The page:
With demand in the US economy still deep in the doldrums, the US Federal Reserve has little option but to keep cutting interest rates until the medicine works, but for how much longer can the Fed carry on propping up the US and world economy in this way? The point hardly needs making that with short-term rates now at just 1.75 per cent, Alan Greenspan, the Fed chairman, is speeding down a deadend street that has an impenetrable brick wall at the end of it. He's running out of road.
Since American inflation is quite a lot higher, the US economy is now in the almost unprecedented position of having negative real interest rates. The way things are going it will soon pay to borrow money just to leave it under the bed. Even Japan, with lower nominal interest rates still, doesn't enjoy such a position, since in Japan prices are deflating.
The Fed's statement yesterday contained some soothing remarks about "long-term prospects for productivity growth", but this was the only positive in an otherwise gloom-laden assessment, and whether Mr Greenspan is right to be optimistic even on productivity is anyone's guess. But optimistic he must be. In the past, a monetary easing as dramatic and deep as this one, would almost certainly eventually cause an inflationary surge. Mr Greenspan seems to be banking on a revival in productivity growth to prevent it from happening this time around. It's a slender hope.
LAST TIME Oftel packed the mobile phones industry off to the Competition Commission over termination charges it won. This time around the outcome is a lot less certain, if only because Oftel's director-general, David Edmonds, is batting against the combined might of all four mobile phone operators, not just the two he was dealing with last time.
Mr Edmonds wants to put a price cap of inflation minus 12 per cent on the termination charges of all four operators in a move he reckons will be worth £800m to consumers over four years. It sounds like a good, popularist thing to be doing, except that it is not. If the consumer sees any benefit at all, it will be so small once disaggregated as to be virtually worthless. Meanwhile the industry will have lost an important source of revenue, and its plans for 3G investment will suffer correspondingly.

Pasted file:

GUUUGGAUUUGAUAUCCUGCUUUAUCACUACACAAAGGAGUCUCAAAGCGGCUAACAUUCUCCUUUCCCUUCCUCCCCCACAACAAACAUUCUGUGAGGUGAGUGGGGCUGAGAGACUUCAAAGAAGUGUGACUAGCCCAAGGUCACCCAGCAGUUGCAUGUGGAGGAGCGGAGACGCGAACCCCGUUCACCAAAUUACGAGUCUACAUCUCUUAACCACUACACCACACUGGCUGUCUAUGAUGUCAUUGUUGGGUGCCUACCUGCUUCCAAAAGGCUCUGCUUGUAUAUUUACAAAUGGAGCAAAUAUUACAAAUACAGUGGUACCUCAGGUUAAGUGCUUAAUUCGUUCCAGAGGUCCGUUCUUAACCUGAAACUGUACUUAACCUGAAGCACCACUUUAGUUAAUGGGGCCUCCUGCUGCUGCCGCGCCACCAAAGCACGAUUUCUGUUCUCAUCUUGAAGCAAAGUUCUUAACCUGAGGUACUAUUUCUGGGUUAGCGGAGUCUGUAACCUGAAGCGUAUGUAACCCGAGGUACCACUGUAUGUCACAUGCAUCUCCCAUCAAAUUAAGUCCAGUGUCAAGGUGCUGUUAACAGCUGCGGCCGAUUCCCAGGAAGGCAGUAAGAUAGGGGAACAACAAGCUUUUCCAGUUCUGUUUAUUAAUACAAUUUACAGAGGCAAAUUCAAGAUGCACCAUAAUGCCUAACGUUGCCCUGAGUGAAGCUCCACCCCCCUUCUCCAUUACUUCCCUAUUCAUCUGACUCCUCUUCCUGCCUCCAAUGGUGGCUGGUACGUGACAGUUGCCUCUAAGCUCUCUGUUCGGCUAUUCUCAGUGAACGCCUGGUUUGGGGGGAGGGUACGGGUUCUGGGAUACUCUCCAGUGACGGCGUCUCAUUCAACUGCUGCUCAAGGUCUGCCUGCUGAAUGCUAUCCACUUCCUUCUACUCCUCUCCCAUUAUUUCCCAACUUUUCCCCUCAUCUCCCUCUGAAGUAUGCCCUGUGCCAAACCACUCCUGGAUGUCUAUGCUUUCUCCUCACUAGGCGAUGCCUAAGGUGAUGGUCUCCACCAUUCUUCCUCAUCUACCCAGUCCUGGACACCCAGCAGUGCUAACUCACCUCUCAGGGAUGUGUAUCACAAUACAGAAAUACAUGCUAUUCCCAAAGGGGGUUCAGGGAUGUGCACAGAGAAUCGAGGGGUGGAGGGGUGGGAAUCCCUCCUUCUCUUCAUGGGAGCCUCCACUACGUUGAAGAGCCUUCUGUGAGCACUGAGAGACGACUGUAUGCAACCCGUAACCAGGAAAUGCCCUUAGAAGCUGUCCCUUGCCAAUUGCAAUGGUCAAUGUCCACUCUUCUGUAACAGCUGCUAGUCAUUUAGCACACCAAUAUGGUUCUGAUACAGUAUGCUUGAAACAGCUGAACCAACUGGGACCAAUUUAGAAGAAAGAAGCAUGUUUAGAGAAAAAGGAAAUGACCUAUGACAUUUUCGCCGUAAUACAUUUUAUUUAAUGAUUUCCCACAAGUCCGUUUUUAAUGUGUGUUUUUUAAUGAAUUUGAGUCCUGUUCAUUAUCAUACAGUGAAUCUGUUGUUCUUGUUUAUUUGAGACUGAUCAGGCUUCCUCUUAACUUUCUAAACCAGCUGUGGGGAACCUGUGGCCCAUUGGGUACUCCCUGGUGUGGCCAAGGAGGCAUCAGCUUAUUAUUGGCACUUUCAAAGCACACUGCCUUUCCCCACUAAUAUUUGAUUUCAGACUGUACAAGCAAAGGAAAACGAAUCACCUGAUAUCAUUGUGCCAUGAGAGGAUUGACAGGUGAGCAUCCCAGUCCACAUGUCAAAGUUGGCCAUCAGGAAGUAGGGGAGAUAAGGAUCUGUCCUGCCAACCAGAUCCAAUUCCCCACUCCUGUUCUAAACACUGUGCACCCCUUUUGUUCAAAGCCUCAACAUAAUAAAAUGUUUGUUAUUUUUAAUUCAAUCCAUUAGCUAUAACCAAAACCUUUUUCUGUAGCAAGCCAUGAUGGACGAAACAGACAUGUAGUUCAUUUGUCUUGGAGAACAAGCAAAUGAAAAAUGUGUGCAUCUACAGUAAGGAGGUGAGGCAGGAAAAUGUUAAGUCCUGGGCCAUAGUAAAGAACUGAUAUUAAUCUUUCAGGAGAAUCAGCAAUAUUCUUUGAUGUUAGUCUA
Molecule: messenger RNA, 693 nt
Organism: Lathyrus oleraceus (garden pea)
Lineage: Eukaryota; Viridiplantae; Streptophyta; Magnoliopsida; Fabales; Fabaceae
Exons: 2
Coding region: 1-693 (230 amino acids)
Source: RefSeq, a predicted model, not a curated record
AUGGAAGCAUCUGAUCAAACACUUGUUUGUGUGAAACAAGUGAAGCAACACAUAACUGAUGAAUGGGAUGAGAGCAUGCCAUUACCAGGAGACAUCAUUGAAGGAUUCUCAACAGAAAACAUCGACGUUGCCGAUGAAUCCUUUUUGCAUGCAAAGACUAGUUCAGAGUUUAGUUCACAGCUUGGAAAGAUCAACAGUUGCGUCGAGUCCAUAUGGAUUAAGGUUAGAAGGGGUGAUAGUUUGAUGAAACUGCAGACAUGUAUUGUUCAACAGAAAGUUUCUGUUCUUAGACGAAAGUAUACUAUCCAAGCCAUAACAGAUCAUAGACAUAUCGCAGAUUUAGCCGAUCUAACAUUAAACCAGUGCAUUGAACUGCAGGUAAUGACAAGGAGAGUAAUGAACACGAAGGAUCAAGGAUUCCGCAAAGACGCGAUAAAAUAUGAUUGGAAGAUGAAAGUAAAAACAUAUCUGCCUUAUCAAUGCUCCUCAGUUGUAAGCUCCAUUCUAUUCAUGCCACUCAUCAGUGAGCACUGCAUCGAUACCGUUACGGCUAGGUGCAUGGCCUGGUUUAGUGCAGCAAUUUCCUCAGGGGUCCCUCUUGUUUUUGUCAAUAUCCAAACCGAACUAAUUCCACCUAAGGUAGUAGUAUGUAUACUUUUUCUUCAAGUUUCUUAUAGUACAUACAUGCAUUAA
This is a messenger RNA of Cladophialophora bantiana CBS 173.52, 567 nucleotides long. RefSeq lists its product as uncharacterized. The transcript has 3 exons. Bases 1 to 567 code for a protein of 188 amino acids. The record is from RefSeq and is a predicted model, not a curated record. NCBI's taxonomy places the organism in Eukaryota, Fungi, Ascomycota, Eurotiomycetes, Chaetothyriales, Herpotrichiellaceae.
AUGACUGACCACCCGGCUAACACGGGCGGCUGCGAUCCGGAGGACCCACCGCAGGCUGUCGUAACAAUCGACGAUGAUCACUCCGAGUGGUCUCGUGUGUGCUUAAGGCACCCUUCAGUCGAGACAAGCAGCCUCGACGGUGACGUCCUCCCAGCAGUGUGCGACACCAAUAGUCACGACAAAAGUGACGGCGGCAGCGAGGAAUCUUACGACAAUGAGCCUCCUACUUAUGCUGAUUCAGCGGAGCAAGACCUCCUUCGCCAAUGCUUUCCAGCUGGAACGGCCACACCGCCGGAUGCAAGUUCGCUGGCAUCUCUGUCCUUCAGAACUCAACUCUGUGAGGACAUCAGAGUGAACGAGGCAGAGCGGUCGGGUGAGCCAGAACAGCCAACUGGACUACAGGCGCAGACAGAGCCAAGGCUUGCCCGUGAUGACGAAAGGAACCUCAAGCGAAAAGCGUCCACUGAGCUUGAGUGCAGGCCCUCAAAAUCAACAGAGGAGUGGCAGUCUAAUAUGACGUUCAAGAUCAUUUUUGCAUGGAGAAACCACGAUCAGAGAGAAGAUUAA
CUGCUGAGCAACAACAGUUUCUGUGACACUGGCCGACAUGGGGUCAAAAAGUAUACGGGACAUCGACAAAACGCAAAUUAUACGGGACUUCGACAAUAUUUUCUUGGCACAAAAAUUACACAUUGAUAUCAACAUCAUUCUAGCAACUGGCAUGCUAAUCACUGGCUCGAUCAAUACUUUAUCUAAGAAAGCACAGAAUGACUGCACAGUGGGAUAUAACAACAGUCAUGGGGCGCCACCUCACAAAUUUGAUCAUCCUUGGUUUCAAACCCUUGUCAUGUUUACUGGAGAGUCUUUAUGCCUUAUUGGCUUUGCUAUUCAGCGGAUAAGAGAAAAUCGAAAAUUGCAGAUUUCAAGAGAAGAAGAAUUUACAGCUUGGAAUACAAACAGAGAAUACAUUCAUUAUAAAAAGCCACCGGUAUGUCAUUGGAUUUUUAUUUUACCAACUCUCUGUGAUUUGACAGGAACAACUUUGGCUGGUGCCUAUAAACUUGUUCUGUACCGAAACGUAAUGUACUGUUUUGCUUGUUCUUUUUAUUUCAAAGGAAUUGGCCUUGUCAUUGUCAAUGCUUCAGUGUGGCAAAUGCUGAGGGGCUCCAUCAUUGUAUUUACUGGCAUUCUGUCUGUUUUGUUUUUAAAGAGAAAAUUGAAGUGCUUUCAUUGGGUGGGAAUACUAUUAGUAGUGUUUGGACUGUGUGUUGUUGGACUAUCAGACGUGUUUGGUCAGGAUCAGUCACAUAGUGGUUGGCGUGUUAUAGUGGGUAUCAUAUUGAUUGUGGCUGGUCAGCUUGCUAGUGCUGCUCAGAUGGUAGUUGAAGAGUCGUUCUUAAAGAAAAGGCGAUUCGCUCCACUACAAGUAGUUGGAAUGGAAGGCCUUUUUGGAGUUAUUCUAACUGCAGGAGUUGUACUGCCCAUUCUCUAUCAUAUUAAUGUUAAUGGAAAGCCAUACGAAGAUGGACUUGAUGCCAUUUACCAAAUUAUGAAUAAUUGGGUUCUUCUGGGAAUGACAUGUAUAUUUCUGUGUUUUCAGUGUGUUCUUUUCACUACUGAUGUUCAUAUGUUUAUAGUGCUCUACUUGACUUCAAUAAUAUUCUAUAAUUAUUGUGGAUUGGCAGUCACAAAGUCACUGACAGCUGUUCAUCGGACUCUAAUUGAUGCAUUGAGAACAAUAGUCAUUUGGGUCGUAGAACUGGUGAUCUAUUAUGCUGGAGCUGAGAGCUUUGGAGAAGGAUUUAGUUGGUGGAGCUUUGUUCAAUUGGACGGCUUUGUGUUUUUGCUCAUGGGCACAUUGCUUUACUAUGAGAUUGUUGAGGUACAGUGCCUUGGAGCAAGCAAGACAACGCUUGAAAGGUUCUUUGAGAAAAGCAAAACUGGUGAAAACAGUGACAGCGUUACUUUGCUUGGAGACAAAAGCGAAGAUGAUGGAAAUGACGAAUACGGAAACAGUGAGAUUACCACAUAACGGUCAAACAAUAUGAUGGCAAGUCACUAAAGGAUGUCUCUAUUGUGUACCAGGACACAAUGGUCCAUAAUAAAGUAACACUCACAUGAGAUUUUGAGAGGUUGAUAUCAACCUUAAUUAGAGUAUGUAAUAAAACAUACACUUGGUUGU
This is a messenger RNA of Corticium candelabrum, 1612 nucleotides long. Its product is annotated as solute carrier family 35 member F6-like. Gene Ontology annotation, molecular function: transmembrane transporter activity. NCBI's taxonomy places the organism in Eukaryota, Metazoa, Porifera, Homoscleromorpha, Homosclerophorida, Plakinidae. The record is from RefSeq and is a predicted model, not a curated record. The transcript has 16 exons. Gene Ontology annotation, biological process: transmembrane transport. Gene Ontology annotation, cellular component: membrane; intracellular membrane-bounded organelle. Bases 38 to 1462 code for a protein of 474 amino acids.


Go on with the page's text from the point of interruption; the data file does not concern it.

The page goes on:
The termination charge is the bit of the tariff the mobile phone operator charges for connecting you to one of its customers. Whether you are using a land line or another mobile phone, you always have to pay this charge, and compared with an ordinary landline call, it always seems expensive. By definition, it is also a charge where there can be no competition or consumer choice. If you want to phone a mobile customer, whether he's a Vodafone, Orange, One2One or Cellnet subscriber, you have to pay the charge. Needless to say, all four operators charge broadly the same, so it's an obvious target for price regulation.
That said, Mr Edmonds is surely going too far. By refusing to accept his determination, the mobile phone companies are calling his bluff. They think him wrong in principle and wrong in his calculations. It's hard to disagree. If the mobile phones industry is as uncompetitive in the round as Mr Edmonds implies by trying to control its prices, then all that will happen is that other mobile phone charges are puffed up to compensate for the loss of revenue on the termination charge. In the round, the consumer won't feel the difference and there will be no net benefit to the economy.